Oxytocin is one of the most important hormones in birth, it regulates contractions, helps women manage the intensity, keeps us feeling calm, it plays a vital role in bonding and breastfeeding, and even helps prevent haemorrhage by contracting the uterus after the baby and placenta have both emerged. It does lots more too but this is just the readers digest abridged version.
Time and time again women with hostile care providers, and poor support teams (uninformed husbands usually top this list but they could be mothers, sisters or the local barkeep) plan to “go in and fight for the birth I want”.
You can not fight for birth. That’s not how birth works. In her article Pain In Labour: Your Hormones Are Your Helpers, Dr.Sarah Buckley writes
”If the fight-or-flight hormones are activated by feelings of fear or danger, contractions will slow down. Our mammalian bodies are designed to give birth in the wilds, where it is an advantage to postpone labour when there is danger, and to seek safety.”
Your primal, mammalian brain does not understand that you need to give birth NOW or you will be forced to undergo a caesarean, your mammalian brain recognises hostility as danger and shuts down labour to allow you to escape to a more suitable environment.
Often when labour stalls it is seen as a problem and one of two things occur. Either a caesarean is performed or synthetic oxytocin is given. Synthetic oxytocin is known as pitocin, or syntocinon. The synthetic version is quite risky, and it doesn’t come with any of the marvellous benefits that its natural counterpart is lauded for. It’s also well known for increasing the risk of uterine rupture.
However we need to review our tightly held beliefs about stalled labour. Where women and babies are healthy the only course of action should be to create the optimal conditions for oxytocin production and wait for birth.
Optimal output of oxytocin requires some very basic conditions. They are warmth (or comfort), darkness, and privacy. Hospitals do not provide the first two conditions in the best of circumstances and when we add hostility into the mix the privacy part is completely obliterated. Thus, the plan to fight for birth is extremely problematic.
Imagine your dog was giving birth and you believed that she was in danger and required a caesarean, how would you manage that situation? You would – as gently as possible – scoop her up in your arms, wrap her in her very own smelly doggie blankie, place her in a box and transport her to the nearest vet.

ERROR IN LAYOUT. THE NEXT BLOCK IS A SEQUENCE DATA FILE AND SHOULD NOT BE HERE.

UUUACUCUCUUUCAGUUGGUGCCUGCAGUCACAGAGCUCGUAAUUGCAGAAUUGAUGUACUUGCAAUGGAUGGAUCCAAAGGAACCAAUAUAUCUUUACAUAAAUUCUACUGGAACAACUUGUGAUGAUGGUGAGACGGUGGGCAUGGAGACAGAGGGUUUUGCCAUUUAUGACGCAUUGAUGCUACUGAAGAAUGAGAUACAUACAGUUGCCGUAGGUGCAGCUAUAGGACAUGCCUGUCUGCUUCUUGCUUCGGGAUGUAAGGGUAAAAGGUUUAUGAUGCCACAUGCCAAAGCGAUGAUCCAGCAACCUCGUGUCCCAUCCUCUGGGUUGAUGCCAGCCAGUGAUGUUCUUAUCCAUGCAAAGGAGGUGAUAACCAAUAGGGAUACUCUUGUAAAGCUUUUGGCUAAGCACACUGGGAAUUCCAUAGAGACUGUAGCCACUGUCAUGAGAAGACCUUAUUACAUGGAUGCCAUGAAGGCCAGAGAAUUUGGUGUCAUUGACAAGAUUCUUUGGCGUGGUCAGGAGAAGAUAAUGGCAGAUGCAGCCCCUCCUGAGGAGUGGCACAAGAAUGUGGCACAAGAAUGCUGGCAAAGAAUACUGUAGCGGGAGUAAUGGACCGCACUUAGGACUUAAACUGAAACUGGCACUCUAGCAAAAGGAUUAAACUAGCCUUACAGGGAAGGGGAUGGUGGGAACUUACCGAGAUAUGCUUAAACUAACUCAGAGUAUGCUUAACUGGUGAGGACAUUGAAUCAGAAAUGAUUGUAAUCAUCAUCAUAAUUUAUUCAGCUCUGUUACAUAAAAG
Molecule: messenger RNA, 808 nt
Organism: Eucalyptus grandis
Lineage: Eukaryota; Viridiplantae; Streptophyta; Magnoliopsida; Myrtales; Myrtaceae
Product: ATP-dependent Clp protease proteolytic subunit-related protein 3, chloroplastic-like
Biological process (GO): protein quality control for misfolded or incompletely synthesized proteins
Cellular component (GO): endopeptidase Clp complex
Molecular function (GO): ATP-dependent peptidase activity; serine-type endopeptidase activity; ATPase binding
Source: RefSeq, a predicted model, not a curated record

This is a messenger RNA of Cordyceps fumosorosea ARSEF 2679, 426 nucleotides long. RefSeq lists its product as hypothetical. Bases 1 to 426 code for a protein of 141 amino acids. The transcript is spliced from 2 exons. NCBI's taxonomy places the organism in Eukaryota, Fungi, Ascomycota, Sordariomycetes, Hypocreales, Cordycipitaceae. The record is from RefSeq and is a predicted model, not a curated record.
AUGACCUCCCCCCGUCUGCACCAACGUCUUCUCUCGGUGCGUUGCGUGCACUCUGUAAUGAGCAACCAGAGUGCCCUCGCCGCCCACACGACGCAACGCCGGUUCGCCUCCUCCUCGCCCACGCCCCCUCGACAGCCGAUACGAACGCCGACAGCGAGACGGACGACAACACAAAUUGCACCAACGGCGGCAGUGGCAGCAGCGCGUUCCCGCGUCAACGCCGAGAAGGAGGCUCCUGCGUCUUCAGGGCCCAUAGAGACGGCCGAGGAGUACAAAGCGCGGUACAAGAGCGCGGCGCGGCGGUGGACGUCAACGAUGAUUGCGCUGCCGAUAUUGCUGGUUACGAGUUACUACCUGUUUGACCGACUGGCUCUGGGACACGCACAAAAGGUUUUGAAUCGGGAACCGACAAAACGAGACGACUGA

You would not think of shouting at her to stop pushing or moving or anything else. Hospitals manage situations they perceive as dangerous differently. Sometimes rush and bustles is necessary because an emergency caesarean is the only way and the woman is consenting, but sometimes they PERCEIVE danger, or they prefer surgery to birth because of their protocol (with VBAC for instance) and so they create hostility.
Your dog would be in greater danger if you were to yell and shout at her, shine bright lights on her, and touch her roughly, and YOU will be in great danger in a hostile hospital environment, trying to find your voice in between contractions, trying to go into yourself to manage their intensity, trying to stay on track for your VBAC.
When a woman is in the thick of labour she needs to go deep within herself to manage the intensity, this is often referred to as labour land. It’s a trance like, meditative state.
If someone were to enter your bedroom when you were making love (another event which requires oxytocin) and start poking the you in their ribs and telling knock knock jokes, could you finish?
Maintaining labour land state while people are coming and going, crashing and banging, talking to you, arguing with you, while you can hear other people in the corridors, machinery buzzing and beeping ….. well it’s not going to be much more successful than your love making was with the knock knock jokes.
Love is a balance, it’s not something that can be created artificially. Love and birth go hand in hand, they are scientifically proven to be inseparable without compromising safety. It’s true that women do successfully VBAC in hospitals, but those are the few that are not actively opposing VBAC. Succeeding in hostile conditions is extremely unlikely, planning to fight in labour is counterproductive, not to mention that it underestimates the intensity of birth as an experience. Hospitals were not created for their ambience, they were created for efficiency.